subcompacts, while Chrysler left Chapter 11 allied with Fiat SpA to get
Ford, alone in shunning a U.S. bailout, is converting four truck plants
to make cars as it prepares to unveil two new small cars in 2010. The
shares fell 34 cents, or 5.9 percent, to $5.38 at 4:15 p.m. in New York
Stock Exchange composite trading.
“The next 12 months are critical,” Ford’s Farley said. “There are a
group of customers in the U.S. who have goodwill for the company, but
who are still wondering about the trust factor.”
Chrysler faces the biggest hurdle in luring buyers because it has the
lowest quality rankings among U.S. automakers, said John Wolkonowicz, an
auto analyst with IHS Global Insight in Lexington, Massachusetts.
Chrysler, the U.S. automaker most dependent on trucks, is counting on
Fiat to jump-start work on new models stalled as the Auburn Hills,
Michigan-based company slid toward bankruptcy. Technology from Turin,
Italy-based Fiat will be the foundation for six Chrysler models, IHS
Global Insight said on June 11.
Limits of Quality
Sales suggest that GM and Ford’s quality gains aren’t enough to overtake
Toyota and Honda.
The Fusion and Malibu still were outsold by the Camry and Accord by
almost 2-to-1 through May. Setbacks for Toyota such as having the V-6
Camry judged “below average” for reliability by Consumer Reports in 2007
proved short-lived. The model was rated “average” last year.
“It is very hard to open minds and get people to consider a domestic
vehicle again, no matter how good,” GM Vice Chairman Bob Lutz said. “The
product and fuel economy deficit, reliability deficit, styling deficit
-- all those deficits have been erased. What has yet to be erased and is
going to be the biggest challenge of all is erasing the reputational
San Diego biochemist Keith Beatty said the Plymouths and Oldsmobiles he
owned growing up needed frequent repairs and wore out prematurely.
Beatty, a self-described baby boomer who declined to give his age, said
he began buying Hondas and Toyotas more than three decades ago and never
“I’m driving a 23-year-old, 33-mpg Toyota that runs better than any new
25-mpg Detroit iron,” Beatty said in an e-mail. “I would never in my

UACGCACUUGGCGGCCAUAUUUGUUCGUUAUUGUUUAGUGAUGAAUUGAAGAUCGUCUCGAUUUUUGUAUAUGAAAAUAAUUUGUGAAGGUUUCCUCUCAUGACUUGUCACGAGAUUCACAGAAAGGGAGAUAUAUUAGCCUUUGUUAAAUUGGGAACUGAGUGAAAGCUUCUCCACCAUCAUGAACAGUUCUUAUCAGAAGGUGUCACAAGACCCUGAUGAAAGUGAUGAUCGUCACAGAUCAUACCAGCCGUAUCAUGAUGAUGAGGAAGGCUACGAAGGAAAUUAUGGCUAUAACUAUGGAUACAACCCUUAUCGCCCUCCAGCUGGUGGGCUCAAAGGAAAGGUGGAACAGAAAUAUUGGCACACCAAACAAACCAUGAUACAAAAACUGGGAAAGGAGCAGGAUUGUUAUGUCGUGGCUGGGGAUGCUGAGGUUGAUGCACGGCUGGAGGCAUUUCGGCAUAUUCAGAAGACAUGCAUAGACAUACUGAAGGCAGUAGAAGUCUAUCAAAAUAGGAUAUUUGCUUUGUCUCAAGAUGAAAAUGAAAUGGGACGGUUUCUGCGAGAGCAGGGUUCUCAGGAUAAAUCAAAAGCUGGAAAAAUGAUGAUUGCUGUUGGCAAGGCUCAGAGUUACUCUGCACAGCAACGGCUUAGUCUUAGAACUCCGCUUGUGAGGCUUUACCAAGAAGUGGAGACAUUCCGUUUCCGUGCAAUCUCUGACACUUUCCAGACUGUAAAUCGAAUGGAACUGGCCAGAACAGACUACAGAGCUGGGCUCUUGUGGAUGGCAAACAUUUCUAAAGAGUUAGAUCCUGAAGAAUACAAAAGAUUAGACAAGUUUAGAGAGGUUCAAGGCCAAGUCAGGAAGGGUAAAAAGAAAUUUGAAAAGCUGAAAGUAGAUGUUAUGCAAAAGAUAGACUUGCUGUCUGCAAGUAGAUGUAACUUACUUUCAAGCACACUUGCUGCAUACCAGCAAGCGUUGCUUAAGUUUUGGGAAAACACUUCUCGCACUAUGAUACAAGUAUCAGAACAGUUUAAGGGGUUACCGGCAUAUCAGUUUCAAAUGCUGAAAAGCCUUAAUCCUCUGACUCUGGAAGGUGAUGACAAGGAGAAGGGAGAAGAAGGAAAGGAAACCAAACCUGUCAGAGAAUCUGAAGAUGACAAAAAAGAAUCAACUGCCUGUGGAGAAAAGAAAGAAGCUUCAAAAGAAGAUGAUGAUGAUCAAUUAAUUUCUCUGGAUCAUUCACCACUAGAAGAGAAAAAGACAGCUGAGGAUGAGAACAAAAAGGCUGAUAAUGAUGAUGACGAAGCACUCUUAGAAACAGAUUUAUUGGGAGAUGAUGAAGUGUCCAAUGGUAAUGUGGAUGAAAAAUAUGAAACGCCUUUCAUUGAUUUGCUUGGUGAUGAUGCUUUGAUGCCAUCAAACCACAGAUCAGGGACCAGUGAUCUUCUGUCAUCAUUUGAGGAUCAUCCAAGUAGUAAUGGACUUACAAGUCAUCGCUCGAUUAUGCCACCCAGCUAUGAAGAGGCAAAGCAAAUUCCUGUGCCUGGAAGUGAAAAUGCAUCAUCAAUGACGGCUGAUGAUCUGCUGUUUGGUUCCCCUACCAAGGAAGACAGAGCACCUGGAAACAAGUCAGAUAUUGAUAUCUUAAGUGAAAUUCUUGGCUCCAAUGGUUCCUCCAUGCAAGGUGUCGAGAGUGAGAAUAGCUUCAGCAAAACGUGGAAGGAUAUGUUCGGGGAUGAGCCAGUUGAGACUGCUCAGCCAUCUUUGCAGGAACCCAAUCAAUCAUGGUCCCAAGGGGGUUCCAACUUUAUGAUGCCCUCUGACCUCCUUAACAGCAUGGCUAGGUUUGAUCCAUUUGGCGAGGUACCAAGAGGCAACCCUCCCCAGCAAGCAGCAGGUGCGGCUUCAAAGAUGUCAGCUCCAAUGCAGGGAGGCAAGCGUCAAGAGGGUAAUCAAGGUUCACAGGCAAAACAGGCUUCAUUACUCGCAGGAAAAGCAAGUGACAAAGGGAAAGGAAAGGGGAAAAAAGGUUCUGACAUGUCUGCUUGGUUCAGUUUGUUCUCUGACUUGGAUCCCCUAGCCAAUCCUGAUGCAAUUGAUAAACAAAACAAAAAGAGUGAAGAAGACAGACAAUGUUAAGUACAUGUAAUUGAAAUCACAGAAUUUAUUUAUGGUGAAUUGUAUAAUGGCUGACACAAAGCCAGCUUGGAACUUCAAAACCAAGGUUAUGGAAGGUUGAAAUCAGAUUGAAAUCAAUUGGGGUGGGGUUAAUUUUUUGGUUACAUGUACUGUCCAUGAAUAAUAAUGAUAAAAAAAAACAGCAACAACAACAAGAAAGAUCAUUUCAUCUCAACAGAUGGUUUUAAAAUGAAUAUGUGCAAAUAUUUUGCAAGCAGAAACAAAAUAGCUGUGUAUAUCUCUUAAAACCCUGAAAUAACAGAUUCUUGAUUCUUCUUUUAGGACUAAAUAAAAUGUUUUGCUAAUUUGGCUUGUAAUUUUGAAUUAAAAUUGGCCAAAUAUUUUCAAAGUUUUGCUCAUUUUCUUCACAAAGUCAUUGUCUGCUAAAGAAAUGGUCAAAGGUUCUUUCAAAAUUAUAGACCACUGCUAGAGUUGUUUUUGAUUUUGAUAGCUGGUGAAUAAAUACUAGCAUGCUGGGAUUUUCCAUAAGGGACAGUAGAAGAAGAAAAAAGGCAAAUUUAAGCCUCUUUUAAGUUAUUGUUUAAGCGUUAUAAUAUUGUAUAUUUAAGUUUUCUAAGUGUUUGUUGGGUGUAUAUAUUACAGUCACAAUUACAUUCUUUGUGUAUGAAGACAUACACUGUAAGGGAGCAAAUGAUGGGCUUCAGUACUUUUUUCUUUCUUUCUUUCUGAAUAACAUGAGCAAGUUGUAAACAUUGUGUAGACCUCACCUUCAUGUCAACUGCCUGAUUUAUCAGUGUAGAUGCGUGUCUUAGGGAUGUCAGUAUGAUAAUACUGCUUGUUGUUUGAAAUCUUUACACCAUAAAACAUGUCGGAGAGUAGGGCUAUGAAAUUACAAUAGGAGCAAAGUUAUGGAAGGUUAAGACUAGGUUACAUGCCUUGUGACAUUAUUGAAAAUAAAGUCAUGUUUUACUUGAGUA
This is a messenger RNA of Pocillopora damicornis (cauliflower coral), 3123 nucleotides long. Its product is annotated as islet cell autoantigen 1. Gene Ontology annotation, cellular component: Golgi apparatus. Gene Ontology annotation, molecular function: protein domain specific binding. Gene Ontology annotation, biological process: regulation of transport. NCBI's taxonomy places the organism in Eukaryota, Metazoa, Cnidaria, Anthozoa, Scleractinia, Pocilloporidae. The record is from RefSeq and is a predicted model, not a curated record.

lifetime own another Detroit automobile.”
GM stopped making Oldsmobiles in 2004, three years after Chrysler killed
the Plymouth brand.
Toyota and Honda retain a number of advantages. After three years of
ownership, a new Accord should keep 53 percent of its retail value and
Camry should have 47 percent, more than Malibu’s 45 percent and Fusion’s
44 percent, according to Automotive Lease Guide, the industry standard
for used-car prices.
Shoppers’ quality impressions also show GM and Ford coming up short
compared with the findings in the J.D. Power study, based on a 2009
survey for Santa Barbara, California-based ALG.
“There’s a big lag between the actual improvement in how their cars are
screwed together to what consumers perceive as their quality,” ALG
General Manager James Clark said. “It’s frustrating for them. They
wonder, ‘Why don’t people get it?’”
‘Build Better Cars’
At Galpin Motors in Los Angeles, Ford’s biggest-selling retailer, Vice
President Beau Boeckmann said Detroit automakers can’t be content with
just matching Japanese brands.
“Ford has to build better cars than Toyota,” he said. “Why would someone
come into my showroom if they’re perfectly happy with their car? Therein
lays the big challenge.”
Compelling designs are crucial, according to GM’s Lutz, who noted that
members of President Barack Obama’s car task force lingered over a
Cadillac coupe with a 560-horsepower engine on a recent visit to GM’s
“It doesn’t get very good gas mileage, but it got a good deal of
attention from the automotive task force,” Lutz said in a May 28 speech
in Detroit. “It doesn’t matter where you work or what you do, normal
people get turned on by great cars.”
Russ Meyer, chief strategy officer for brand consultant Landor, endorsed
“Hammering on about quality is less important than getting people to
feel like it’s cool to own an American car,” said Meyer, who is based in
San Francisco. “They’ve got to ramp up their styling. Now is the time to
swing for the fences.”